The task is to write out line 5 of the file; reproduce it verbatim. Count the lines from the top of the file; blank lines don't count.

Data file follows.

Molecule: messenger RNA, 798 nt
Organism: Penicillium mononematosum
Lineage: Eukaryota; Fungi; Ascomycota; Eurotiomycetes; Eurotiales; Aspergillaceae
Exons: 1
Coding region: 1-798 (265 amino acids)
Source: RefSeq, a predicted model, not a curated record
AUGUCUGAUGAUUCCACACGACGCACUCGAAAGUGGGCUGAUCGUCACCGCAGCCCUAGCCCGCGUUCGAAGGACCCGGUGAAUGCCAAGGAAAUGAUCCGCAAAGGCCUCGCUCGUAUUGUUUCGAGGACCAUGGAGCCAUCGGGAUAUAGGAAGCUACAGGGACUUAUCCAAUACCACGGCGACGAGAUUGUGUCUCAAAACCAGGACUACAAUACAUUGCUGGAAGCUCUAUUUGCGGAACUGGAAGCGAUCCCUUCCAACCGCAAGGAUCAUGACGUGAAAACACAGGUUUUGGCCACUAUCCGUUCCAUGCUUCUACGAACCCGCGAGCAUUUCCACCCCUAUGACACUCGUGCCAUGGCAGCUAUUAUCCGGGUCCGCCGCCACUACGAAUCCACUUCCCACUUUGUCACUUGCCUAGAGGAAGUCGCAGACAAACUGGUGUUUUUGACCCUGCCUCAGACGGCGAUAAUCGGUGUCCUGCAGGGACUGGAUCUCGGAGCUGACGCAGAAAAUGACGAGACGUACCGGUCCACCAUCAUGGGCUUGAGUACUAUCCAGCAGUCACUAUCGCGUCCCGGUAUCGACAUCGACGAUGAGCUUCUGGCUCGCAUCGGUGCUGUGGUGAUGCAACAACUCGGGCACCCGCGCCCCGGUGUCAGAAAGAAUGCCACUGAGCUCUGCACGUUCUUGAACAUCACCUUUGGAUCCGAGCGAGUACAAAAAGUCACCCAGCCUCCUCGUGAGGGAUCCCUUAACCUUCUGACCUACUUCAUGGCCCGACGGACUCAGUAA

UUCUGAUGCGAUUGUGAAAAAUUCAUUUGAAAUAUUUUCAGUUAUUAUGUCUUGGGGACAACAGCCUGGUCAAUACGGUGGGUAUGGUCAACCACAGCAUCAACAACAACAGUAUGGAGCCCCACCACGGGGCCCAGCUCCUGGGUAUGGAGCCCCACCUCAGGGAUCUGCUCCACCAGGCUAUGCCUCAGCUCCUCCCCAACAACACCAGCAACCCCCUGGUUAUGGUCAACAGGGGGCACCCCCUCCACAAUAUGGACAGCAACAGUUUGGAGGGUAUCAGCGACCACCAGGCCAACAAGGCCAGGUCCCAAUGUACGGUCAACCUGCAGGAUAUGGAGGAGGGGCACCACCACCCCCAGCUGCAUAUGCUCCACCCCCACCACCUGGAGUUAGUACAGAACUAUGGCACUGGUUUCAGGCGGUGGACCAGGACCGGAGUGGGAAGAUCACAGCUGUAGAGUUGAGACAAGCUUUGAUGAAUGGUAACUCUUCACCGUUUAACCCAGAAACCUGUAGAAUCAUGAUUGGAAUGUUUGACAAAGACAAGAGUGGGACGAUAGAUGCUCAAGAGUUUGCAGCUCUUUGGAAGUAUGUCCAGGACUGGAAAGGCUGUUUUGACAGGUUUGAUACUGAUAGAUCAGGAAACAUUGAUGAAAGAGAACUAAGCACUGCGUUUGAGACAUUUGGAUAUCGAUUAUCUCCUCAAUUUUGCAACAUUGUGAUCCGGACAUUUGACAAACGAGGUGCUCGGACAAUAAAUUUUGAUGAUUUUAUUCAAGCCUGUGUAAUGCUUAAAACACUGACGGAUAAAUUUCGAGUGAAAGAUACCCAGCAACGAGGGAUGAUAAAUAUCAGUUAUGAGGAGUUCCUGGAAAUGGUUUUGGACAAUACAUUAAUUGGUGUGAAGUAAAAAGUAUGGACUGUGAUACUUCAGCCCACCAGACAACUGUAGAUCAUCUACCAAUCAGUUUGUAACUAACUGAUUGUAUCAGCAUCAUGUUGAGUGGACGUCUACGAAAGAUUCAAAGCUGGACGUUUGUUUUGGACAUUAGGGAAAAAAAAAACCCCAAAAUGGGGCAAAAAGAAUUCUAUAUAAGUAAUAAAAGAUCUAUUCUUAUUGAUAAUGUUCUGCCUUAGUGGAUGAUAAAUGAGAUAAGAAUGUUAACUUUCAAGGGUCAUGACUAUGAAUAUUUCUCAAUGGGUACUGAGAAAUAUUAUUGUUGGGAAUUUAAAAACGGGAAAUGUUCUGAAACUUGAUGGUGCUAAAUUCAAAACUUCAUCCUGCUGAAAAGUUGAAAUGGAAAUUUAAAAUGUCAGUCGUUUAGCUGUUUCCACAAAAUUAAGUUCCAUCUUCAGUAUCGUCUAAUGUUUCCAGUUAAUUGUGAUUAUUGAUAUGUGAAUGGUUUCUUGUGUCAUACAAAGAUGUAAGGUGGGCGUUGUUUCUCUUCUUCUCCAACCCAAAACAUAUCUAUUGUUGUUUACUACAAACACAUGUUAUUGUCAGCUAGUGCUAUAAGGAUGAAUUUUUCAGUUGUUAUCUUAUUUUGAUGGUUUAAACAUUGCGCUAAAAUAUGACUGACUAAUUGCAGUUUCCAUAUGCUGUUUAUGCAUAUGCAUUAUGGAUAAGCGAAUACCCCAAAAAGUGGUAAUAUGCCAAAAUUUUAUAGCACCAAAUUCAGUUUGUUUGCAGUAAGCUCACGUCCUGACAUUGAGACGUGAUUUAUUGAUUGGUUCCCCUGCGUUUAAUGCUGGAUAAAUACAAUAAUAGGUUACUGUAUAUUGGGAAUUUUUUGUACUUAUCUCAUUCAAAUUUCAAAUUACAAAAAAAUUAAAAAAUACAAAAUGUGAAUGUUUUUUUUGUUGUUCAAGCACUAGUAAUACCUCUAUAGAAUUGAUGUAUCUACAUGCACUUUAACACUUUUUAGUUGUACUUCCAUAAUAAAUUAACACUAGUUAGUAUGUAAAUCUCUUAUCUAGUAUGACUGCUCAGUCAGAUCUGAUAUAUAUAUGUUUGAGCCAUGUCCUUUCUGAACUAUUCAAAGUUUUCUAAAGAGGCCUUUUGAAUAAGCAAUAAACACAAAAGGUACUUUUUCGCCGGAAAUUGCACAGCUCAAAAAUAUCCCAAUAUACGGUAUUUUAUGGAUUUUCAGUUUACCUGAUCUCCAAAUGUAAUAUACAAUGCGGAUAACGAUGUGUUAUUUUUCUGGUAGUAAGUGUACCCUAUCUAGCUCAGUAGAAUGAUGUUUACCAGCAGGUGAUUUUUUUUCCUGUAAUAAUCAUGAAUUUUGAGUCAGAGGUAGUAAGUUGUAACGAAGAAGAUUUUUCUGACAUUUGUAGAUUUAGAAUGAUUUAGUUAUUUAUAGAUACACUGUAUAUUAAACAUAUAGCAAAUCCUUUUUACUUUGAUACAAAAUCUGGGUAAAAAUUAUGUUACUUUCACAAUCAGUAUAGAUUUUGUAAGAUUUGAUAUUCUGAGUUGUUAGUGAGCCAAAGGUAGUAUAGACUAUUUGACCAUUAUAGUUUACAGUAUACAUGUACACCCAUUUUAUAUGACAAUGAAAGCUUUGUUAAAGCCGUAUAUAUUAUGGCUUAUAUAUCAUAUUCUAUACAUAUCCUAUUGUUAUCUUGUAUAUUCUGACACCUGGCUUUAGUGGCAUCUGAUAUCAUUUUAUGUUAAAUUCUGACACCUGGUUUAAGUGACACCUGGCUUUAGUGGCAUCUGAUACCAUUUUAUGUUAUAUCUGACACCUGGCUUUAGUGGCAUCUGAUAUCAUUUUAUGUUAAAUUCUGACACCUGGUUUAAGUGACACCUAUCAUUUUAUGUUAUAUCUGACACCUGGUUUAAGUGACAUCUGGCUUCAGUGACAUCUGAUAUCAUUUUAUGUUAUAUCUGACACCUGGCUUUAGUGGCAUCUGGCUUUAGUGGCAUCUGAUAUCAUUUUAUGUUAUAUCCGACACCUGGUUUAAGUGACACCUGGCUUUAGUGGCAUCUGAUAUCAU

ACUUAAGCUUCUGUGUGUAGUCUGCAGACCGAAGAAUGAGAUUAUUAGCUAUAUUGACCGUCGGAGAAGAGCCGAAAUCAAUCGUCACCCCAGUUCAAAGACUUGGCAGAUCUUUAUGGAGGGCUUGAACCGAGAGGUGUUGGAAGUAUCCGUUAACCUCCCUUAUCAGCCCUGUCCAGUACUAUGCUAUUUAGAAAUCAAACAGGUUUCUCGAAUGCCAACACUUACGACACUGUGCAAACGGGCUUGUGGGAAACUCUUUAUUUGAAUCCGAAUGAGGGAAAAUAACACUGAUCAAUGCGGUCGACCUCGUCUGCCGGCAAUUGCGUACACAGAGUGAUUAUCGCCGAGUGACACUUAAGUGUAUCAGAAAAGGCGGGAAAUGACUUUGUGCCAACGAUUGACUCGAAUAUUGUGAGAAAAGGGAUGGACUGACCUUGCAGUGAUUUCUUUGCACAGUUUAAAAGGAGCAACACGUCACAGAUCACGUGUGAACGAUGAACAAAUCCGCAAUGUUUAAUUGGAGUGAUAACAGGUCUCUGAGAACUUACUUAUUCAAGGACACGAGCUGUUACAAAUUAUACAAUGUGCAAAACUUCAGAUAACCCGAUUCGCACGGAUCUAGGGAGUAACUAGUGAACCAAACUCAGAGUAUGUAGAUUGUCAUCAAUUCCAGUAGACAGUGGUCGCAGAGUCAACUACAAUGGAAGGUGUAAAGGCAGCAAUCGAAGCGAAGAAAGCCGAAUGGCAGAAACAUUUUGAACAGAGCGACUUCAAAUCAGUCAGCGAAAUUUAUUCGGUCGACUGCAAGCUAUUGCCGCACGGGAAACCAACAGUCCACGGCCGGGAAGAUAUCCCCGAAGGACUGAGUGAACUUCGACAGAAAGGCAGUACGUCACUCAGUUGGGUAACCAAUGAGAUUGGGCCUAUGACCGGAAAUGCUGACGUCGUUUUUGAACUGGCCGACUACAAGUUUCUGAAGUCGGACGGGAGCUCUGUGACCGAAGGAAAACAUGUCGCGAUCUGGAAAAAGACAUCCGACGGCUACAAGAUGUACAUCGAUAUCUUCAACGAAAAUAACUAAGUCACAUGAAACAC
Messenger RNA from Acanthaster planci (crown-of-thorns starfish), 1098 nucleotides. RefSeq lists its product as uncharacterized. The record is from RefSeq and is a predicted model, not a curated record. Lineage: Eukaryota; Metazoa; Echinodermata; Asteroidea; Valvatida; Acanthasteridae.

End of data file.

Coding region: 1-798 (265 amino acids)